For many fans (myself included), metal music is more than just an aggressive and complex form of entertainment; it’s a complete existence brimming with self-reflective illumination, interpersonal significance, and anti-establishment vitality. That said, its inherently over-the-top nature makes it ripe for affectionately piercing satire. Enter Belzebubs, graphic artist JP Ahonen’s “‘trve kvlt [true cult] documentary’ in comic strip form” that explores “the everyday challenges of family life: raising kids, getting your black metal band off the ground, summing demons, you know how it is.” Having already established himself as a master of charming pop culture parody with slice-of-life works like Perkeros (Sing No Evil) and the Villimpi Pohjola series, it’s no shock that the Belzebubs collection excels at fusing a mockery of black metal ethos with a send-up of realistic domesticity, adolescence, and professional aspirations. (The fact that Ahonen actually turned Belzebubs into a real act on Century Media Records—like how Metalocalypse’s Dethklok has been releasing legitimate albums for over a decade—only adds to the authenticity and amusement.)
On the surface, Ahonen’s visuals are immediately and consistently engaging and varied. While certainly not lifelike, there is enough nuance here to easily recognize each character via certain clear—and often funny—identifiers in the midst of continuously being decorated in vastly similar make-up (as is the norm for subgenre enthusiasts). For instance, teenager daughter Lilith’s nervous, braces-filled smiles laughably contrast her overtly satanic aesthetic. Likewise, her mother, Lucyfer’s, clothing and hair styles (often a mix sexy wife and pragmatic stay-at-home parent) ingeniously juxtapose her dedication to all things macabre. Beyond that, Ahonen’s panels are commonly filled with insider easter eggs (like the cover of Steven Wilson’s The Raven that Refused to Sing) and sight gags that further meld the main clan’s compromises between traditional home experiences and occult devotions (such as younger brother Leviathan drawing pentagrams on the wall with crayons as a baby, as well as the grandmother—decked out in white and black face paint, too—setting a plate for her decaying husband at the dinner table).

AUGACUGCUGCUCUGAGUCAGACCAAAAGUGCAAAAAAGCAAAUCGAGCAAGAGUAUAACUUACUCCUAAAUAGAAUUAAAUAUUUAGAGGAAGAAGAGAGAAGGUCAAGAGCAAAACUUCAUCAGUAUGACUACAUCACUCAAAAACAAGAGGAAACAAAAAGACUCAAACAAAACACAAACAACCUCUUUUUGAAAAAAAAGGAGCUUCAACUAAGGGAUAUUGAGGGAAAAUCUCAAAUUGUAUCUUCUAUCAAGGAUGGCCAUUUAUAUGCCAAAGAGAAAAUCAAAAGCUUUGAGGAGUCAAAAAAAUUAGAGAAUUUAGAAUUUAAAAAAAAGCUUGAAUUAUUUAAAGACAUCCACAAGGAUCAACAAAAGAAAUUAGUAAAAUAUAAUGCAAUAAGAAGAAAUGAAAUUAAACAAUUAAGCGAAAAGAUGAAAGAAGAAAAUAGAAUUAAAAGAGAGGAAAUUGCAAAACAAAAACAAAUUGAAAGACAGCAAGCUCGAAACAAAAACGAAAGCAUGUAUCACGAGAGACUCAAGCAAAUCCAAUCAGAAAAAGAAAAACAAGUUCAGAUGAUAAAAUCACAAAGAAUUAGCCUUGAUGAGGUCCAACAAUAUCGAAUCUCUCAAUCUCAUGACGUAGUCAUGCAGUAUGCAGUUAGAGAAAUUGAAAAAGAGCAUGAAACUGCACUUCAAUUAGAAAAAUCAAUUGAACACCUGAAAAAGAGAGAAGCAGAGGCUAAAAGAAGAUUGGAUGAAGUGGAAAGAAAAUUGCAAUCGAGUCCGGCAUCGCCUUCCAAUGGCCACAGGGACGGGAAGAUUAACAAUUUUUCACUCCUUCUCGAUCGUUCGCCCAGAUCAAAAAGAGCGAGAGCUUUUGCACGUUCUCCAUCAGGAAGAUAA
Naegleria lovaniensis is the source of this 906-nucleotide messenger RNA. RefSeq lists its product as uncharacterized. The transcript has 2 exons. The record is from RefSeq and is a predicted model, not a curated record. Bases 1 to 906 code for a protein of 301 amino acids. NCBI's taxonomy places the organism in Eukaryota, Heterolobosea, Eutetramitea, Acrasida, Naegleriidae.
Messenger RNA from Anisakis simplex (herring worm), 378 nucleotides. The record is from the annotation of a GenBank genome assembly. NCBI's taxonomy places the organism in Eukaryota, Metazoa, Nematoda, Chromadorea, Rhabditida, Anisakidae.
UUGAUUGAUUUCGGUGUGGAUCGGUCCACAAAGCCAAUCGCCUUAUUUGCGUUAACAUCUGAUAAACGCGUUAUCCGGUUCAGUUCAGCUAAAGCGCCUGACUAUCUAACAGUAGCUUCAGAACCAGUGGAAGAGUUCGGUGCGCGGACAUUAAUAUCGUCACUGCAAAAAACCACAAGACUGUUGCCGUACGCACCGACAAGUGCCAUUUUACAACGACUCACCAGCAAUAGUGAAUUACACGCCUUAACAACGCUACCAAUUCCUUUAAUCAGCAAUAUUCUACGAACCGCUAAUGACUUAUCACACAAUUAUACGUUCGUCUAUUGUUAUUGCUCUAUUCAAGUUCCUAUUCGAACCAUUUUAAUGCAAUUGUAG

Of course, the look of Belzebubs is only half of the equation; Ahonen’s writing must also nail its goals, and fortunately, it does without fail. For one thing, every person—including the father’s bandmates—feels sufficiently three-dimensional and linked to one another, often struggling with humane hardships like vanity, self-actualization, and the intricacies of romantic relationships with relatable honesty. Similarly, the multiple plot threads—including reinvigorating married life with a literal trip to hell, dealing with a high school crush, and succeeding as professional musicians—are effectively and endearingly developed. That’s not to say that it’s outright novelistic, but Ahonen accomplishes a surprising level of sincere depth (especially in how the tale wraps up) without ever losing sight of the main attraction: lovingly ridiculing the subculture. To that point, the book is usually downright hilarious when it comes to what the characters think and say to each other and to the reader (via pseudo interview sessions). Thus, there is rarely a frame in which the script doesn’t connect with the audience in some way.
Like his previous endeavors—as well as comparably sardonic music/graphic storytelling fusions, like Henry and Glenn Forever and Ever by Igloo Tornado—Belzebubs is cleverly comedic from start to finish. It more or less pokes fun at its protagonists’ various ways of life in equal measure, combining delightfully detailed and wide-ranging art styles with writing that, more often than not, is heartfelt and humorous at once. As such, it’s a must-read for comic fans and black metal aficionados alike, and a comprehensive update on the world of Belzebubs can’t come soon enough.